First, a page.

Objectives: While severe sleep disturbance is common after surgery, the etiology of this sleep disturbance is poorly understood.1 Pain is most often cited by patients as the reason for their poor postoperative sleep, but this relationship has not been rigorously examined.2 The surgical stress response might contribute to postoperative sleep disturbance since administration of exogenous cortisol to healthy volunteers suppresses REM sleep.3 This ongoing study is will test the hypothesis that postoperative REM sleep inhibition is associated with pain scores and urinary free cortisol levels. Methods: Following IRB approval and informed consent, 7 patients undergoing surgery for benign gynecological conditions through a low abdominal incision were studied. Patients received general anesthesia supplemented with epidural fentanyl or bupivacaine. Postoperative analgesia was provided by epidural infusion of either fentanyl or bupivacaine. Sleep was monitored using standard polysomnography on the preoperative night and the first three postoperative nights from 10 p.m. until 6 a.m. Pain scores (VAS) at rest and with coughing were obtained immediately before and after the sleep period. Overnight pain score was estimated by the average of the evening and morning scores. The urinary free cortisol levels were measured using RIA and expressed as ug/hr. Sleep was scored using the Rechtschaffen and Kales criteria in 30 second epochs to determine the percentage of the recording time spent in REM sleep. All values are expressed as mean + SD. Results: The % REM sleep decreased from 8.2 % ±6.0 on the preoperative night to 0.1 % ±0.15 on the first postoperative night (p<0.01 Tukey/Kramer multiple comparison procedure). The % REM sleep was not different from baseline on postoperative nights 2 and 3. Pain at rest was not significantly different on any of the postoperative nights (one-way ANOVA for repeated measures p = 0.31). Pain with coughing was significantly worse on postoperative night 2 than on postoperative night 3 (Tukey/Kramer multiple comparison procedure, p < 0.01), but pain on postoperative night 1 was not different from pain on postoperative nights 2 or 3. Urinary free cortisol levels were 3 times higher on postoperative night 1 than on postoperative nights 2 or 3 (one-way ANOVA for repeated measures with post hoc Tukey/Kramer multiple comparison procedure, p < 0.05). Discussion: These data confirm previous observations of profound suppression of REM sleep in postoperative patients. It is interesting that no association was found between REM sleep disturbance and either pain at rest or with coughing, as this association is commonly drawn by patients. REM sleep suppression on the first postoperative night was associated with a three-fold elevation of urinary free cortisol, suggesting either a possible direct inhibition of REM sleep by the surgical stress response or an indirect inhibition of REM sleep by disruption of the circadian rhythm.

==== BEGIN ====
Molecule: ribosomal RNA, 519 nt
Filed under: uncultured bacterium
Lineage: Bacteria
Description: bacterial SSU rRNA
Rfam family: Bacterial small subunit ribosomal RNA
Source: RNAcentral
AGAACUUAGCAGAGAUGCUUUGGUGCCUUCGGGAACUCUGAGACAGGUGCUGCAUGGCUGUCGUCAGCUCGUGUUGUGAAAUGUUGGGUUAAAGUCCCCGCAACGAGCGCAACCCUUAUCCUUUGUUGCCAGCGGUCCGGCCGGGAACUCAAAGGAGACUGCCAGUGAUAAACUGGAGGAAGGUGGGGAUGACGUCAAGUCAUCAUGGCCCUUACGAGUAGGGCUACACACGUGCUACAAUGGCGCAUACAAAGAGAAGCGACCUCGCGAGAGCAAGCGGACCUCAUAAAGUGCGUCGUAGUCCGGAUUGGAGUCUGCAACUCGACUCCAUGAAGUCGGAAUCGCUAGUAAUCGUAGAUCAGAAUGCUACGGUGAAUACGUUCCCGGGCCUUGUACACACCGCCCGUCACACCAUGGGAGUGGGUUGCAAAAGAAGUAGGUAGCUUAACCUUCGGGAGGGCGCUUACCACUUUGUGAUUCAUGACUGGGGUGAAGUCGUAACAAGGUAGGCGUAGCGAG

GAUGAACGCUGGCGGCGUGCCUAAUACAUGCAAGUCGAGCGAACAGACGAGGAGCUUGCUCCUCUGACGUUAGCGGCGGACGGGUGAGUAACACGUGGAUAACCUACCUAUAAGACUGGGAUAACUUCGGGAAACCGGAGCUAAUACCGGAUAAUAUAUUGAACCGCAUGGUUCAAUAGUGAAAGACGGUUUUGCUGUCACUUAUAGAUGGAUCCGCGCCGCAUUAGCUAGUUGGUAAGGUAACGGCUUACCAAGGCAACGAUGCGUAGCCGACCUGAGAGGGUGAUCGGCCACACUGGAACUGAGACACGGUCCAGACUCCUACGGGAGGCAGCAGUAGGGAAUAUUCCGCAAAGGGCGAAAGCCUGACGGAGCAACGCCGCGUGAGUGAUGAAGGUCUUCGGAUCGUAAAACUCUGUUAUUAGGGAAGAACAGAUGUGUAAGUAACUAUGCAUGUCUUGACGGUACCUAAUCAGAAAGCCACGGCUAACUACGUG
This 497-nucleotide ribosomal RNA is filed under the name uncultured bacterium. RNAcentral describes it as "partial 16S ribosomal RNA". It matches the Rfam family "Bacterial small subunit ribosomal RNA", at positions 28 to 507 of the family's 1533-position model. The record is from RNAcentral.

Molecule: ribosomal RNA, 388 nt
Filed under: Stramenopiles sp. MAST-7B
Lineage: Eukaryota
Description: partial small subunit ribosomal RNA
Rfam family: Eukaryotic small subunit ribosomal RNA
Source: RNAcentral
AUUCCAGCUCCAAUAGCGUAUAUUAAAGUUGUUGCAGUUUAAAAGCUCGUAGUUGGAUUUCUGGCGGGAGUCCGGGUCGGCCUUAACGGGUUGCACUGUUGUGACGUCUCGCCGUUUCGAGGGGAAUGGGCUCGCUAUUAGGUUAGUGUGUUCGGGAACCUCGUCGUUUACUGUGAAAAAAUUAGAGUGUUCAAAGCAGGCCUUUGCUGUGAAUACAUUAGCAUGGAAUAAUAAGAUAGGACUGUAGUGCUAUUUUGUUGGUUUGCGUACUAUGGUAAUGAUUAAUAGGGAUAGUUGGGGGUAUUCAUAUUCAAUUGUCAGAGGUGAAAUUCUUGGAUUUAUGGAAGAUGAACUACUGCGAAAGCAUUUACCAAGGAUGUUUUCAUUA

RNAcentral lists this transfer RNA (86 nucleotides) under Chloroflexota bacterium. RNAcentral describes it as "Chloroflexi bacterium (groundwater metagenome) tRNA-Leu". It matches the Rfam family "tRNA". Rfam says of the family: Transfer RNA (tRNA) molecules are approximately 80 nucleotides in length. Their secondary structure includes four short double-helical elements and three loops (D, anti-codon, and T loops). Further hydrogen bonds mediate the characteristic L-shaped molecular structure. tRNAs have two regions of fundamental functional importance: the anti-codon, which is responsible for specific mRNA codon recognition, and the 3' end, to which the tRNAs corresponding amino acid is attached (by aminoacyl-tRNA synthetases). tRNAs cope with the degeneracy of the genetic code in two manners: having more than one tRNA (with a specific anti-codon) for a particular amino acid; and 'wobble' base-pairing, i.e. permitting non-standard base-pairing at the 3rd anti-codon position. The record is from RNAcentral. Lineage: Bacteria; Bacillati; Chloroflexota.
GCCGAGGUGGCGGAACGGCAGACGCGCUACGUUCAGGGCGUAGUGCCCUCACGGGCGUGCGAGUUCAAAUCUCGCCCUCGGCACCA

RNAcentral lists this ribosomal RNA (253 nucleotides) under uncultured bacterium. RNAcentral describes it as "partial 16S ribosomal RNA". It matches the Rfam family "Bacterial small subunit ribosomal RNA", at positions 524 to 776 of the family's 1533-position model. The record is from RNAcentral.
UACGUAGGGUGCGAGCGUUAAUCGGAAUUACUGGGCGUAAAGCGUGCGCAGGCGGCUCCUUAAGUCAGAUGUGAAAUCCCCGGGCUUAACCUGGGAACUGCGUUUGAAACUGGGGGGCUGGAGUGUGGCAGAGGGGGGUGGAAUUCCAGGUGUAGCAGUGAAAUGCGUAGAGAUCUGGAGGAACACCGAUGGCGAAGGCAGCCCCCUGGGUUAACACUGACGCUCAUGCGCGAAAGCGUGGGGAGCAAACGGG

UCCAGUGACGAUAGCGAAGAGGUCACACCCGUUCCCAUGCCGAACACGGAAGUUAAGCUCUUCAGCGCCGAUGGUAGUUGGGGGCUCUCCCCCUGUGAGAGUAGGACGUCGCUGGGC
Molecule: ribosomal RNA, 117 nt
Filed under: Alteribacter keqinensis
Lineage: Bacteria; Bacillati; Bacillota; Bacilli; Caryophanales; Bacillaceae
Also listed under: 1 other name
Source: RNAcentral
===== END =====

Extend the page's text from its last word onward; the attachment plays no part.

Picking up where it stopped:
All Science Journal Classification (ASJC) codes
- Anesthesiology and Pain Medicine